in a Crowded Place
Bridge to Terabithia
The strange feeling from the book was gone so quickly that Sam questioned whether it had really happened at all.
She flipped through the first few dirty pages, all of which were PROPERTY OF SPIRE HALL PUBLIC LIBRARY, until she reached the title page:
- By Katherine Paterson -
She explored a few more pages. It was just a story.
She’d expected… Well, she wasn’t sure exactly what she’d expected. Certainly something more dramatic and mysterious than this.
Still, she turned to the first page of the book and began to read.
It started with a farm boy named Jesse who wanted to be the fastest runner in his class. Sam wasn’t particularly interested in farming, or running, and she didn’t really connect with the character of Jesse even though she knew she was supposed to. She did, however, like the character of Leslie once she came into the story—even though she could tell that she wasn’t supposed to like her yet. Leslie seemed to be good at everything, and didn’t much care what people thought of her.
In real life she envied people like that, but it was different in a story. In a story it was easier to just admire them without feeling a little bit jealous at the same time.
“Would you like to sign out that book?”
This time Sam only jumped a little bit. Miss Blanket was back, as silently as she’d gone.
Sam closed the book and studied it for a moment. It didn’t seem mysterious at all anymore.
“I guess I might,” Sam said. She smiled at Miss Blanket, thinking at the same time that she probably wouldn’t bother to sign out the book. “I’ll probably sign it out when I go.”
“I can do that for you,” Miss Blanket said, holding out her hand.
Sam handed over the book. Apparently she was taking out the book after all. “Thanks.” She watched as Miss Blanket carried the book over to the big old card catalogue. Just because she was taking it didn’t meant that she had to actually read it.
Then, realizing what Miss Blanket was doing, Sam cocked her head and frowned. The librarian was fussing with an old-fashioned date stamp, and taking the card from the little pocket in the back of the book.
“I didn’t know you could still do that,” she said. “Sign out books that way. I thought the library stopped doing that a long time ago.”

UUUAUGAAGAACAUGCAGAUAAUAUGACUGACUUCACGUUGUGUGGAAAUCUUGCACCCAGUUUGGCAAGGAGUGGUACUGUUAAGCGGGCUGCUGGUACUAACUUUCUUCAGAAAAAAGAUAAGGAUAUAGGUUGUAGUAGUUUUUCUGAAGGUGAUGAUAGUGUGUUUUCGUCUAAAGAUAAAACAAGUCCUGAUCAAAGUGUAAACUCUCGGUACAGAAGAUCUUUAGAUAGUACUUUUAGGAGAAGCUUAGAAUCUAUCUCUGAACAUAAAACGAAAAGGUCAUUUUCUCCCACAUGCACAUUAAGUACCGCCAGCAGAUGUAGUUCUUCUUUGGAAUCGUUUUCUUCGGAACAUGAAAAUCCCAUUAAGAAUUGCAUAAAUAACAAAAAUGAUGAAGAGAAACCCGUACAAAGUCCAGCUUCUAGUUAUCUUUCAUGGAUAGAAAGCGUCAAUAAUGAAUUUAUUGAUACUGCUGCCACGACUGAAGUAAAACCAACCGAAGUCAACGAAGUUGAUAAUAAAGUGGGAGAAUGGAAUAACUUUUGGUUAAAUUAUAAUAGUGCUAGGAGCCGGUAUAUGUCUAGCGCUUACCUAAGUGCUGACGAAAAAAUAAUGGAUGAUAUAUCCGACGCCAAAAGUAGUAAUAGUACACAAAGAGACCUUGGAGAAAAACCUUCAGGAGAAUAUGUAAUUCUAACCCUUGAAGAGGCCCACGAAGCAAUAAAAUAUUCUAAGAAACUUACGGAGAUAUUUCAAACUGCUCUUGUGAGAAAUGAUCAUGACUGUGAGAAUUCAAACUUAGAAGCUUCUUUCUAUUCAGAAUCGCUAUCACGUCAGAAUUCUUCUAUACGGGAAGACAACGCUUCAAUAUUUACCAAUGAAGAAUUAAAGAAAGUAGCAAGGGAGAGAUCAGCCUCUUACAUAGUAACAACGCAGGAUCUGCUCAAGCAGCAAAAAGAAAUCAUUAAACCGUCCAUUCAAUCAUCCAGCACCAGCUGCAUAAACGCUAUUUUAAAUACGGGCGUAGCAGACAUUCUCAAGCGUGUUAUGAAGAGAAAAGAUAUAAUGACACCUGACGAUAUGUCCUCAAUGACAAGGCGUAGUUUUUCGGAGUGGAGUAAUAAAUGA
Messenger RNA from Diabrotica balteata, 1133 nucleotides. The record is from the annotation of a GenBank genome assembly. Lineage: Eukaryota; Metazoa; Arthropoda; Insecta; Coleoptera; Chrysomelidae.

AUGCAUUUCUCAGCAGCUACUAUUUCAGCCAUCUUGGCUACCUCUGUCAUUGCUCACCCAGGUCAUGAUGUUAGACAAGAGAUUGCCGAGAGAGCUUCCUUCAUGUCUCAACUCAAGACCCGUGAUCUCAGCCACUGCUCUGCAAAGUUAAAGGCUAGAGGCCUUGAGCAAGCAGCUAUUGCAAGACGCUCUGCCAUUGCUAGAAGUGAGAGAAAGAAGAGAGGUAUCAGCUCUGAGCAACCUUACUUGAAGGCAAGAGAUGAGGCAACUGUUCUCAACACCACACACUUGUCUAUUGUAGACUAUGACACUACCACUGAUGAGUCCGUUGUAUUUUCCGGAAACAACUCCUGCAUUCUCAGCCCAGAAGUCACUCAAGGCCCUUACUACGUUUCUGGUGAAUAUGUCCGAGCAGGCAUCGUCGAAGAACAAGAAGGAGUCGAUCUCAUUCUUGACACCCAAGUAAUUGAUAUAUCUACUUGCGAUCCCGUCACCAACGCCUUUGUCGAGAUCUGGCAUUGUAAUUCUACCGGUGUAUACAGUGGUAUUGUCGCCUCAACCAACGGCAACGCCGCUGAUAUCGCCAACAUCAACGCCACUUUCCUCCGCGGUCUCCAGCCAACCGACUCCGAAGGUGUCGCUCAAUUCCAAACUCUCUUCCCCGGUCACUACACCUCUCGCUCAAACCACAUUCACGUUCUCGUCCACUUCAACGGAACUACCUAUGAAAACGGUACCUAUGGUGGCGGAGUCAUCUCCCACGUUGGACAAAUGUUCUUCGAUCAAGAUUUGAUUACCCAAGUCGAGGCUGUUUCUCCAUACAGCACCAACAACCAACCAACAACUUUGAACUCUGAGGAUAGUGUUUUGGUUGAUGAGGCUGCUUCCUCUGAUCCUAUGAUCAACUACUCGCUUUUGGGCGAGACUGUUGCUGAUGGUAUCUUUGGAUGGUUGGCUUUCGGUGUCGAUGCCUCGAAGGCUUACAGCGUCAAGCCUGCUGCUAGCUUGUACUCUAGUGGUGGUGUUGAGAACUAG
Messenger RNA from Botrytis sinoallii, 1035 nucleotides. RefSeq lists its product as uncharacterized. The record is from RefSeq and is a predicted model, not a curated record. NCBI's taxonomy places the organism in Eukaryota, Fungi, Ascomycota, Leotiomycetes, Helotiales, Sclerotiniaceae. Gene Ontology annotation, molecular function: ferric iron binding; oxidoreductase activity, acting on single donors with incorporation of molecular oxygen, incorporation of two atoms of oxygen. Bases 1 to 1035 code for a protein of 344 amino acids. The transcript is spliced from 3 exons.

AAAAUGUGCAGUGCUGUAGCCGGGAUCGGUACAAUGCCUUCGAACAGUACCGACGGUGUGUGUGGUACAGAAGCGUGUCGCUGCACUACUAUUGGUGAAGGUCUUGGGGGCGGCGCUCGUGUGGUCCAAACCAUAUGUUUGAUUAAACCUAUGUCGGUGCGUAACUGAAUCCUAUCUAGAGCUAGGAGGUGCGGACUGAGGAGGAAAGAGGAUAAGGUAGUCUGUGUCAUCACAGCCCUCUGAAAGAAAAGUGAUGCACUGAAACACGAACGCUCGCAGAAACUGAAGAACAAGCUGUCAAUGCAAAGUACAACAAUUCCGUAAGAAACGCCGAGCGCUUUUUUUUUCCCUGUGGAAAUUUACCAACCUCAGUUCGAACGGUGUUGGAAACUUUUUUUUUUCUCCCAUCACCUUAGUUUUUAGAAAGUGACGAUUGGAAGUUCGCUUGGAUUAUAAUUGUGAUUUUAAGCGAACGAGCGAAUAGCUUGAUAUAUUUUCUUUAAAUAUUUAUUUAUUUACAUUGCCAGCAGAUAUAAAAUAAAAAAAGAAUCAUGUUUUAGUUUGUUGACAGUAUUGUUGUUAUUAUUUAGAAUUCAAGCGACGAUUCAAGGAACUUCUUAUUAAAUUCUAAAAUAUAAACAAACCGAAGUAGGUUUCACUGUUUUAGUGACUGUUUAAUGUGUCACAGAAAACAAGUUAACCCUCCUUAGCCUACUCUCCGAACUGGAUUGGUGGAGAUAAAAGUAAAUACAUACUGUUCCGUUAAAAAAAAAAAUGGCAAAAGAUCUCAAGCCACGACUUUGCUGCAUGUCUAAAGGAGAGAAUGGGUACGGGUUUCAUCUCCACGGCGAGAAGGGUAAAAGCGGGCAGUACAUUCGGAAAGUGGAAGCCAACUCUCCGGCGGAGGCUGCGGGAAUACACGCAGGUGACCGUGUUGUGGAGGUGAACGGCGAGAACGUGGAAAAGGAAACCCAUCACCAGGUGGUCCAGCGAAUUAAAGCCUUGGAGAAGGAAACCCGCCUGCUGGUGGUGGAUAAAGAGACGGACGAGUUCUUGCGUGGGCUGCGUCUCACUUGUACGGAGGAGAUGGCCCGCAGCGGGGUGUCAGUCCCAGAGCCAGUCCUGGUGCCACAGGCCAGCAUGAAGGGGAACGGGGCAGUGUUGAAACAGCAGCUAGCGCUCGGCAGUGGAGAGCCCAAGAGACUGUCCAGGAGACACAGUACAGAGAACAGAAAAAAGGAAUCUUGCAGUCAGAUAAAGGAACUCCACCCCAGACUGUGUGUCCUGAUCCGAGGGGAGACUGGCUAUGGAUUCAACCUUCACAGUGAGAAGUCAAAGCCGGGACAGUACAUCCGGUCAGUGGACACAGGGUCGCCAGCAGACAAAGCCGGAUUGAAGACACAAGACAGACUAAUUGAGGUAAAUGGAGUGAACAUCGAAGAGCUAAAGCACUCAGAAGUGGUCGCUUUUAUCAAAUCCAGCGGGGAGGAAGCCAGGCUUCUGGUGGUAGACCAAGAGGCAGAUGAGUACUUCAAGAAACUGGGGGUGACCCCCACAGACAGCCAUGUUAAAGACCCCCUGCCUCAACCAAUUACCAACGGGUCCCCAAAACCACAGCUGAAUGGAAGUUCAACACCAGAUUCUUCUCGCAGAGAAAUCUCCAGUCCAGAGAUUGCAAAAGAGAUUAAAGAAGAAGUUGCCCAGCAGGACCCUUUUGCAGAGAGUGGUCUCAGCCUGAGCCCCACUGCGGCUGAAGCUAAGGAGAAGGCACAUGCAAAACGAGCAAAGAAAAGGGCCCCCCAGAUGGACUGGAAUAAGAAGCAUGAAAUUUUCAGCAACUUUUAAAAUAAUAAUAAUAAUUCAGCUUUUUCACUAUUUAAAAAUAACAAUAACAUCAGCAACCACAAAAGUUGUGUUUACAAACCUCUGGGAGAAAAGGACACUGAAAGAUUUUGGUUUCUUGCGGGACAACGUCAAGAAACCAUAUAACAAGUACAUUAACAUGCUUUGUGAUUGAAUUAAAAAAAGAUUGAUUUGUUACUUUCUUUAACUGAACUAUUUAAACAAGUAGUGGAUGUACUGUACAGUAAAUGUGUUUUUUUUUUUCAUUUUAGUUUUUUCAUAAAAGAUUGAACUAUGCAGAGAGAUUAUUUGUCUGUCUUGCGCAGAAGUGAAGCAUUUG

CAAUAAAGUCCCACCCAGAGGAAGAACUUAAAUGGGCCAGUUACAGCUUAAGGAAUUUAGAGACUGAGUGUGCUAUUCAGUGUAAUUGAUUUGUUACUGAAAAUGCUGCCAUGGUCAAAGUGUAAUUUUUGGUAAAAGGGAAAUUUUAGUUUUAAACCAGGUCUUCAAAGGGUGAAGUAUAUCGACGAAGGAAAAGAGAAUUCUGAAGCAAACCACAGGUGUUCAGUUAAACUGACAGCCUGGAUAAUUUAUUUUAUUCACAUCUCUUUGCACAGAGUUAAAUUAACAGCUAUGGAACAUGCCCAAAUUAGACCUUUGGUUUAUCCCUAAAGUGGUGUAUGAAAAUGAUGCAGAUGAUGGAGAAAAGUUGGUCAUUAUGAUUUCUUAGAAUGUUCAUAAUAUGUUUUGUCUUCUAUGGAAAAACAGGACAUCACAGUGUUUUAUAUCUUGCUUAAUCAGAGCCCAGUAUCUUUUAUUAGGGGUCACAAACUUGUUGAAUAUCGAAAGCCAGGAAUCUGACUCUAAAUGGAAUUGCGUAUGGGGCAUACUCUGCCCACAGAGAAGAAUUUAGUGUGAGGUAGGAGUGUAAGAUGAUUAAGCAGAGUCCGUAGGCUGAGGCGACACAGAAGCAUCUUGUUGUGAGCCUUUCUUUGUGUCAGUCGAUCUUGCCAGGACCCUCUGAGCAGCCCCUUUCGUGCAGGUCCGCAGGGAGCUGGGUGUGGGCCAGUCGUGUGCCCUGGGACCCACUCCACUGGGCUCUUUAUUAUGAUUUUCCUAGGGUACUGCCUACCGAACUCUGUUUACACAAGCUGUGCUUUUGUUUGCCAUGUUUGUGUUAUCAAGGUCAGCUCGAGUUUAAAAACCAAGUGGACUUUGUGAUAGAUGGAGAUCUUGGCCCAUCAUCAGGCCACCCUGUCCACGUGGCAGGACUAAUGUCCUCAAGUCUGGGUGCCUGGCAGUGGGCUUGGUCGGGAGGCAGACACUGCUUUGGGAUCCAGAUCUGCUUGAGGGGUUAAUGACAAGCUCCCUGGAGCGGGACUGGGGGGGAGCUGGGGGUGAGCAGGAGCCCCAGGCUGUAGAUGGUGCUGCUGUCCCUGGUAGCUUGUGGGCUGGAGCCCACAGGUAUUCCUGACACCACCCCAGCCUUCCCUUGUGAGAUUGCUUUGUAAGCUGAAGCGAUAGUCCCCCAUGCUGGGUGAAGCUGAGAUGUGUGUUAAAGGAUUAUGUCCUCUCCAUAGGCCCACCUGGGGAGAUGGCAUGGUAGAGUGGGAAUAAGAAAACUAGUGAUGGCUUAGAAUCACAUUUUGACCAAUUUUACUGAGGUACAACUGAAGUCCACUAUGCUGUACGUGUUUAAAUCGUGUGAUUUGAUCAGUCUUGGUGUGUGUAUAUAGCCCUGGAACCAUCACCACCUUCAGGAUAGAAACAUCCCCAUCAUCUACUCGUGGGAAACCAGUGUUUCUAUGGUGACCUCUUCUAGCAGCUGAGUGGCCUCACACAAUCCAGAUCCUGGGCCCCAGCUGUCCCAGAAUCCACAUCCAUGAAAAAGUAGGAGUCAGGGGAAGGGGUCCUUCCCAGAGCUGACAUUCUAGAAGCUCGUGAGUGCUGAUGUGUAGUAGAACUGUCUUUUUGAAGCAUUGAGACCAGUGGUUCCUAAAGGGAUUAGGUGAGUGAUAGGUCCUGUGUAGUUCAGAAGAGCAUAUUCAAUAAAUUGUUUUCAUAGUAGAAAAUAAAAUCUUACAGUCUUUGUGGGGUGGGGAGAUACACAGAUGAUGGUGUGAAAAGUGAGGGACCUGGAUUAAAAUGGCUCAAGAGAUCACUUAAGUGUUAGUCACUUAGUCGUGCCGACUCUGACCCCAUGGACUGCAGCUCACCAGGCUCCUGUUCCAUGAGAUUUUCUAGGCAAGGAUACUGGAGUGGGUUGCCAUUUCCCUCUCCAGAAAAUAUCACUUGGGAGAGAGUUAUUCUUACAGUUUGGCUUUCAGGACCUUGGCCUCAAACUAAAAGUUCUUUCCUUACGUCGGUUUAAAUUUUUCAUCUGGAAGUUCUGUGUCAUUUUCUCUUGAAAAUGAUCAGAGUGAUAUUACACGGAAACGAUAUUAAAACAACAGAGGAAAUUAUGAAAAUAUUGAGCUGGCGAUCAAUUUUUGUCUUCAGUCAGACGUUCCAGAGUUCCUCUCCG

Miss Blanket glanced over her shoulder at Sam with an odd little smile, but didn’t respond.
She finished up with the book and returned it to Sam. There was an awkward moment, when Sam reached out to accept the book but Miss Blanket didn’t immediately let it go. The old librarian seemed to be uncertain about something.
“This is a book with an unexpected adventure,” she said at last. “Be careful that it doesn’t carry you too far.”
Sam couldn’t prevent a frown. Then, not wanting to seem rude, she forced a smile. “I’ll do my best.”
Miss Blanket finally released the book. She nodded, turned away, and then vanished down the stairs from the third floor.
Sam sighed. She’d lost what little interest she had in the story. On the other hand, there wasn’t the slightest thing interesting about simple machines.
There was nothing else but Bartholomew Spire’s crumbling old books, so she flipped through the book until she found the place where she’d left off. But she didn’t really read. Instead she thought about Heather.
On Saturday afternoons Heather often helped at her family store, the Southside Trading Company, a few blocks down Dunston from the apartment buildings. It wasn’t what you’d call a booming business, but it struggled along by selling a little bit of everything from groceries to gifts to school supplies to second-hand clothes.
Heather’s mom didn’t like Sam hanging around the store for hours, but she didn’t seem to mind if Sam stopped by to visit. She thought about doing that—leaving the library before the rain came, and going to visit Heather. Staying just meant sinking farther and farther into a pit of boredom.
Suddenly Sam froze, looked up, found herself holding her breath.
Sometimes you just know that something isn’t right. It’s sort of like when you’re just nicely drifting off to sleep, and then suddenly jolt yourself awake, blinking into the darkness, because you’re sure you just heard a sound that did not belong.
She had definitely heard something, something more than the tired old creaks and sighs that filled the silence of the third floor.
She was alone. She’d already been back in the stacks, and there wasn’t anybody there. She’d watched Miss Blanket leave. It wasn’t possible for there to be anybody else on the third floor.
She listened as carefully as she possibly could.
Nothing, nothing… And then, yes. There was the sound again. Somewhere, back in the stacks, somebody had turned the the page of a book.
Sam told herself that some bored reader had found his way to the third floor of Spire Hall Public Library. She tried to convince herself that it was likely just one of those old men with wispy hair who sometimes came gasping their way up the stairs in search of a book as ancient as themselves. Somebody had slipped into a different part of the stacks when she’d been back there finding the book.
That didn’t make sense. There was nobody there, and nobody had passed her at the table.
But she was not alone.
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